Harrison Cemetery

Harrison Cemetery in Kinston, Alabama

Kinston, Alabama

BUILT: c. 1860
STATUS: Still standing


Harrison Cemetery, located in one of the state’s smallest towns, holds 159 burial sites and is haunted by William “Grancer” Harrison (c. 1789 – 1860, also known as “the Dancing Ghost.” Grancer was born in Old District 96, Edgefield Co, South Carolina around 1789. His father, William Harrison, was a veteran of the Revolutionary War and is also buried in the cemetery, near Grancer’s grave.

In life, Grancer was a successful cotton planter, plantation owner, and businessman. The nickname of “Grancer” originates from the term “grand sire,” meaning grandfather, though most tellings of the urban legend falsely attributes it to being a mispronunciation of “grand sir” made by local slaves.

Grancer was most notable for his spectacularly popular parties. His slaves erected a dance hall to accomodate his lavish barbecues and dances. After years upon years of success, he began to face his mortality by preparing his funeral arrangements.

Grancer had his slaves begin construction on an above-ground tomb, located within earshot of the hall, as he desired to be a part of the action even after death. He left burial instructions for them as well: Grancer wanted to be buried wearing his dancing clothes and shoes, lying atop his feather bed.

In 1860, Grancer Harrison died, with his burial wishes carried out to his exact specifications. Saturday night dances continued for a while, but soon fell to ruin without the liveliness of “Grancer” to lead them.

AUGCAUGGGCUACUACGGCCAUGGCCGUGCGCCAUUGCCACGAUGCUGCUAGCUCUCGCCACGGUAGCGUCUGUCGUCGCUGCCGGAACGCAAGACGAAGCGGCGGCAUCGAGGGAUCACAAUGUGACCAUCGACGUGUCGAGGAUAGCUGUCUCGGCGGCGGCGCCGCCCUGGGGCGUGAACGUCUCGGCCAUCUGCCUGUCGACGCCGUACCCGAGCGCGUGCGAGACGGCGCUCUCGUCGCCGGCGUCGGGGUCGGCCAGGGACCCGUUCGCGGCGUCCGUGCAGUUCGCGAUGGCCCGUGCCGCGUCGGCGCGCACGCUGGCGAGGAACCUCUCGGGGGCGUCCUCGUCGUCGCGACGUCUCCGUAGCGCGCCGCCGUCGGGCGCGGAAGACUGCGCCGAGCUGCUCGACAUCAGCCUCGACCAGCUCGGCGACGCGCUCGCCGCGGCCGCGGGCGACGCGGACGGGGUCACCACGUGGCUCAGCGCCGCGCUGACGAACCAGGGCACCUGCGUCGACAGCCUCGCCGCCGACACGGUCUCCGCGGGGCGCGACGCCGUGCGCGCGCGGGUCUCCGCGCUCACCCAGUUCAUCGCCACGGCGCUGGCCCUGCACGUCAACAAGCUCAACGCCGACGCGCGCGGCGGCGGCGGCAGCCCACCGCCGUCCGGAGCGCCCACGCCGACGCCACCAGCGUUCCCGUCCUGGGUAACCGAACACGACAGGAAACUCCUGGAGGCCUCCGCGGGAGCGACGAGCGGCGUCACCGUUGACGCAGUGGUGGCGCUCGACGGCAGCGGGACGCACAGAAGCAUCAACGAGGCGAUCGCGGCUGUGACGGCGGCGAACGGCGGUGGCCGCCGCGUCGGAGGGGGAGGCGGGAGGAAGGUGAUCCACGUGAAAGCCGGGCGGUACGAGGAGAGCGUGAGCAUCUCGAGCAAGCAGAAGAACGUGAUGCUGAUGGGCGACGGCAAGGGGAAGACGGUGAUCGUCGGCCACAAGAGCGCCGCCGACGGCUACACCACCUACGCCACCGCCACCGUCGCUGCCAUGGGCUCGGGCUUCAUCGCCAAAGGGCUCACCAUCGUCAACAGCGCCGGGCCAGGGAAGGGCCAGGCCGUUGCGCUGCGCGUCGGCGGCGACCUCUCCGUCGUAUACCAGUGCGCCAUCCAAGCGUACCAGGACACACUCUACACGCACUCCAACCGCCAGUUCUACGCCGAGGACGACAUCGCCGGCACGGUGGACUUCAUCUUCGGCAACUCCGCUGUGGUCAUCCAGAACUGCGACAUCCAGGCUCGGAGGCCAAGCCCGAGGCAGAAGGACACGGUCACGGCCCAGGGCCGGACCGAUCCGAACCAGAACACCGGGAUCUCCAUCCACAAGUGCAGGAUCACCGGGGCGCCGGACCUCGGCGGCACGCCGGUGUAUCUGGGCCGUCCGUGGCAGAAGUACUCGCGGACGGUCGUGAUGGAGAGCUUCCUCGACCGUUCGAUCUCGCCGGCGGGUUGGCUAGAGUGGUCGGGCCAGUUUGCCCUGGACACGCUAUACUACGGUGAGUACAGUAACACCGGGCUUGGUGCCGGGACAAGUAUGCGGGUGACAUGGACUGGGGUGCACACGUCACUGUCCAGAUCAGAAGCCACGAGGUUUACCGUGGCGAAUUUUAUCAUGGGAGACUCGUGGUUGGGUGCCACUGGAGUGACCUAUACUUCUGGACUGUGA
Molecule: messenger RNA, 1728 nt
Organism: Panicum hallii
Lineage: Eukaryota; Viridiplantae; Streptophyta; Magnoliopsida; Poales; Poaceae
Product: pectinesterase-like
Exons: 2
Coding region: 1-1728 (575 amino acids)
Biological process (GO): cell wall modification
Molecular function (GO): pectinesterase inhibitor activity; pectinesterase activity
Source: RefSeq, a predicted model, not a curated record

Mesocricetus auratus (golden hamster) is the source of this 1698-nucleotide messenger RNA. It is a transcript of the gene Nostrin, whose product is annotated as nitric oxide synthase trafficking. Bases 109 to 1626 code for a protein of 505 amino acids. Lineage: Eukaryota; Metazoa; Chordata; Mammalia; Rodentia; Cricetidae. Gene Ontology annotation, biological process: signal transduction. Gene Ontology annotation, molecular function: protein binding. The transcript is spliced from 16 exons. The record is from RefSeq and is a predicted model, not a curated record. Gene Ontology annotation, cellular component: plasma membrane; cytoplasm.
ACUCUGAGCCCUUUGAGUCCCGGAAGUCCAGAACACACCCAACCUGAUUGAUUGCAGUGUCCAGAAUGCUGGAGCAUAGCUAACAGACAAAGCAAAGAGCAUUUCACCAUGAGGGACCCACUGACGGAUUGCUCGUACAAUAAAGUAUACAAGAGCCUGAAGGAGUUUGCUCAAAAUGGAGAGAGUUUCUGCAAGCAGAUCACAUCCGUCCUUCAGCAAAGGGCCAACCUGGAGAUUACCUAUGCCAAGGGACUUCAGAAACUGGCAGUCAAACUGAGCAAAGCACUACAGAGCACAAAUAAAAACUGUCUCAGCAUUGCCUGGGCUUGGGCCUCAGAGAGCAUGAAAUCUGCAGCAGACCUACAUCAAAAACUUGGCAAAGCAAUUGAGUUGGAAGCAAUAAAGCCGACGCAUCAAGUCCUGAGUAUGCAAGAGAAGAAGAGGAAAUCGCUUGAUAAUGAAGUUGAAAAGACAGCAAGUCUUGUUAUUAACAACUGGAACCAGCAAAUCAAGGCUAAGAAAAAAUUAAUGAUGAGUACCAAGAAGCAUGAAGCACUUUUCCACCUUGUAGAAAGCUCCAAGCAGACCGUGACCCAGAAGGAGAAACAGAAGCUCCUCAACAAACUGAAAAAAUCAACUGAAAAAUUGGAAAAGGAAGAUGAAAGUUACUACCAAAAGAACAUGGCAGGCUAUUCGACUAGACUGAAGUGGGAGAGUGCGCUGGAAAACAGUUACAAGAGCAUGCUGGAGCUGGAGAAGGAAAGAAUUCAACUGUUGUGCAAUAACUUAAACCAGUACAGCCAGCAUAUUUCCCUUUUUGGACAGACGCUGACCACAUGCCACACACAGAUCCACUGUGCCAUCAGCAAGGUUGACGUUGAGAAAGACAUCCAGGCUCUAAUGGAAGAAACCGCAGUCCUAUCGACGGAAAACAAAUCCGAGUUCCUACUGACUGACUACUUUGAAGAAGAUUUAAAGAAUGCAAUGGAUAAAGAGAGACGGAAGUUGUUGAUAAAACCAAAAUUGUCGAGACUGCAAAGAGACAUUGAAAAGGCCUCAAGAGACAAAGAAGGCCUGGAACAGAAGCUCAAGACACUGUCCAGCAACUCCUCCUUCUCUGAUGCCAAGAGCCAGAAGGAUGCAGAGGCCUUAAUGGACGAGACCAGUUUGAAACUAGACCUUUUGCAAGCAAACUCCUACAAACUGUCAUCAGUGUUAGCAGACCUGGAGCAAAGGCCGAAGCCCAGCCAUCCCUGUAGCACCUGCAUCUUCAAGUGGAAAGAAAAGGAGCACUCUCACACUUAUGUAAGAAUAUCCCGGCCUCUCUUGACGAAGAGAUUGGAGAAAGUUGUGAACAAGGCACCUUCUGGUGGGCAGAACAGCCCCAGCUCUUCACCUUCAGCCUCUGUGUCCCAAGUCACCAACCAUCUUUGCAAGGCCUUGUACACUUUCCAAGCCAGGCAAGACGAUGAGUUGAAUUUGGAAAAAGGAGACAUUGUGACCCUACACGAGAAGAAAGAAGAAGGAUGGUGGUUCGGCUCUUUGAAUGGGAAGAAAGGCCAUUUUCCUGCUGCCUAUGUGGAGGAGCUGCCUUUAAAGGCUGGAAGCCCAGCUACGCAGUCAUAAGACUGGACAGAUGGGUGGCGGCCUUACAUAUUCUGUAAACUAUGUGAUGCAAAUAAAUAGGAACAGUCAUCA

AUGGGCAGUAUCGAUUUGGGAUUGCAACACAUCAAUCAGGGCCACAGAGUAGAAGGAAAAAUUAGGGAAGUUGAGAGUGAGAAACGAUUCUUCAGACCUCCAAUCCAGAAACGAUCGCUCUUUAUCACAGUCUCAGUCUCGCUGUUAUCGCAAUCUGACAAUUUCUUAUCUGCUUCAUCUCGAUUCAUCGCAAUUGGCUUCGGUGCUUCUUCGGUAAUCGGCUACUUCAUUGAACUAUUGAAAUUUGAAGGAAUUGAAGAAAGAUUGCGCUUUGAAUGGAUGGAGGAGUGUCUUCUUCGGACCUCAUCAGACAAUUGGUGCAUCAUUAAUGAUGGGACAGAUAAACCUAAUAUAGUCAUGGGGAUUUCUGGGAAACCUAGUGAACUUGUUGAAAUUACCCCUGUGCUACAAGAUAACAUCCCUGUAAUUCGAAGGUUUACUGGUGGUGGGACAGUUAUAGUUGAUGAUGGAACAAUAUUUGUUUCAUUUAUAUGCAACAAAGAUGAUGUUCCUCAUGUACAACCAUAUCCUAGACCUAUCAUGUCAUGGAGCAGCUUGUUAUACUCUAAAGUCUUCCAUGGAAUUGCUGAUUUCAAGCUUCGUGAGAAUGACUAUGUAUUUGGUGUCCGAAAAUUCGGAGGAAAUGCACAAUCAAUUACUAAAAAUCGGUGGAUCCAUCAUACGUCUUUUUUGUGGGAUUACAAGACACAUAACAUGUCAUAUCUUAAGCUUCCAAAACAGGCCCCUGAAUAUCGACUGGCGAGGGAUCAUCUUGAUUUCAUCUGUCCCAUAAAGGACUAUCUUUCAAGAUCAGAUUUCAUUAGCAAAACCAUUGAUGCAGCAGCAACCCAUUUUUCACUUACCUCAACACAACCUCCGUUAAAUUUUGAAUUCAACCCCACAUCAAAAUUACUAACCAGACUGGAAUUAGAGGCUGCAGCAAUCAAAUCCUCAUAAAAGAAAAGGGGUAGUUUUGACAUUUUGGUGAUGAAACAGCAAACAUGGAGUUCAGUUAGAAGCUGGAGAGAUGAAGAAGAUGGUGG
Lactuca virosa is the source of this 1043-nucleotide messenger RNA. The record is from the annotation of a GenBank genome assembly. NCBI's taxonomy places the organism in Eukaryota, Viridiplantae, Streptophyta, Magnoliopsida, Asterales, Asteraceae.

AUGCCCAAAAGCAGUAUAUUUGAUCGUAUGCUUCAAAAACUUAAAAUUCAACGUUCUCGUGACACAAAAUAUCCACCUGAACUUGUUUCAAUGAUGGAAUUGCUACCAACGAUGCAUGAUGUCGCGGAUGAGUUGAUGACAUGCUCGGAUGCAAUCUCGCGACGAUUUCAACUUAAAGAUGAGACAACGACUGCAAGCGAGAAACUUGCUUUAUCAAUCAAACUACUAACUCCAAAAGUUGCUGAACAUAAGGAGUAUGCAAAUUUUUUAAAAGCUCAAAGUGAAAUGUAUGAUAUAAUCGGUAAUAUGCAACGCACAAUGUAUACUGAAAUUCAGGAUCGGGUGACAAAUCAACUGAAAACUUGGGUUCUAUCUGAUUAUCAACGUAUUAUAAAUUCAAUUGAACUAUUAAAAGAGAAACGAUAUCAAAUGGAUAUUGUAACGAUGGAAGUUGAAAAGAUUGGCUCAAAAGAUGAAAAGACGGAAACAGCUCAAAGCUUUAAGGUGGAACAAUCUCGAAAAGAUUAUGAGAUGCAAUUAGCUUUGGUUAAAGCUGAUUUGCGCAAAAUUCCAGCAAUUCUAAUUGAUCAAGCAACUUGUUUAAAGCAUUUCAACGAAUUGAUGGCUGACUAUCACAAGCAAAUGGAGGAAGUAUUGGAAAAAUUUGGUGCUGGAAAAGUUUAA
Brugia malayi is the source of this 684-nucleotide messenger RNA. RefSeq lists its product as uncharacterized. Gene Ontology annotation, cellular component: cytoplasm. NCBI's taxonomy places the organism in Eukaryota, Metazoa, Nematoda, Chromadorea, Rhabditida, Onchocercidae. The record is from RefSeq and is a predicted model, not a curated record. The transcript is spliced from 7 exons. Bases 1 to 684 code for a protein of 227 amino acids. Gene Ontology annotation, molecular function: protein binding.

Passersby of the tomb have reported hearing a strained fiddle, dancing, laughter and the tapping of clogs, usually on Saturday nights. Some have heard a male voice calling square dance moves. Grancer has also been sighted dancing by  his gravesite.

Over the years, Grancer Harrison’s grave has been vandalized and reconstructed a number of cases. In 1964, the tomb was blown up with dynamite, scattering remains across the cemetery. The latest incident took place on July 30, 2010, which left the entire Harrison Cemetery damaged.

In Popular Culture

  • The story of Grancer Harrison was featured in Kathryn Tucker Windham’s 13 Alabama Ghosts and Jeffrey in the story titled “The Dancing Ghost of Grancer Harrison.” It claims he was buried with or his hall was built atop a considerable amount of gold.


  1. Alabama. “9 of Alabama’s Spookiest Cemeteries,” www.AL.com
  2. Mystery 411. “Harrison Cemetery,” www.Mystery411.com
  3. Only In Your State. “Harrison Cemetery Is One Of Alabama’s Spookiest Cemeteries,” www.OnlyInYourState.com
  4. Way Marking. “Harrison Cemetery,” www.WayMarking.com
  5. Wikipedia. “Grancer Harrison,” www.Wikipedia.org

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6 Comments Add yours

    1. Yeah. Such a happy spirit in comparison to most.

      Ghostly World
      Email At: ghostlyworldblog@gmail.com


  1. LeesburgSwtHrt says:

    He’s my 6th great grandfather


    1. That’s neat.

      Ghostly World
      Email At: ghostlyworldblog@gmail.com


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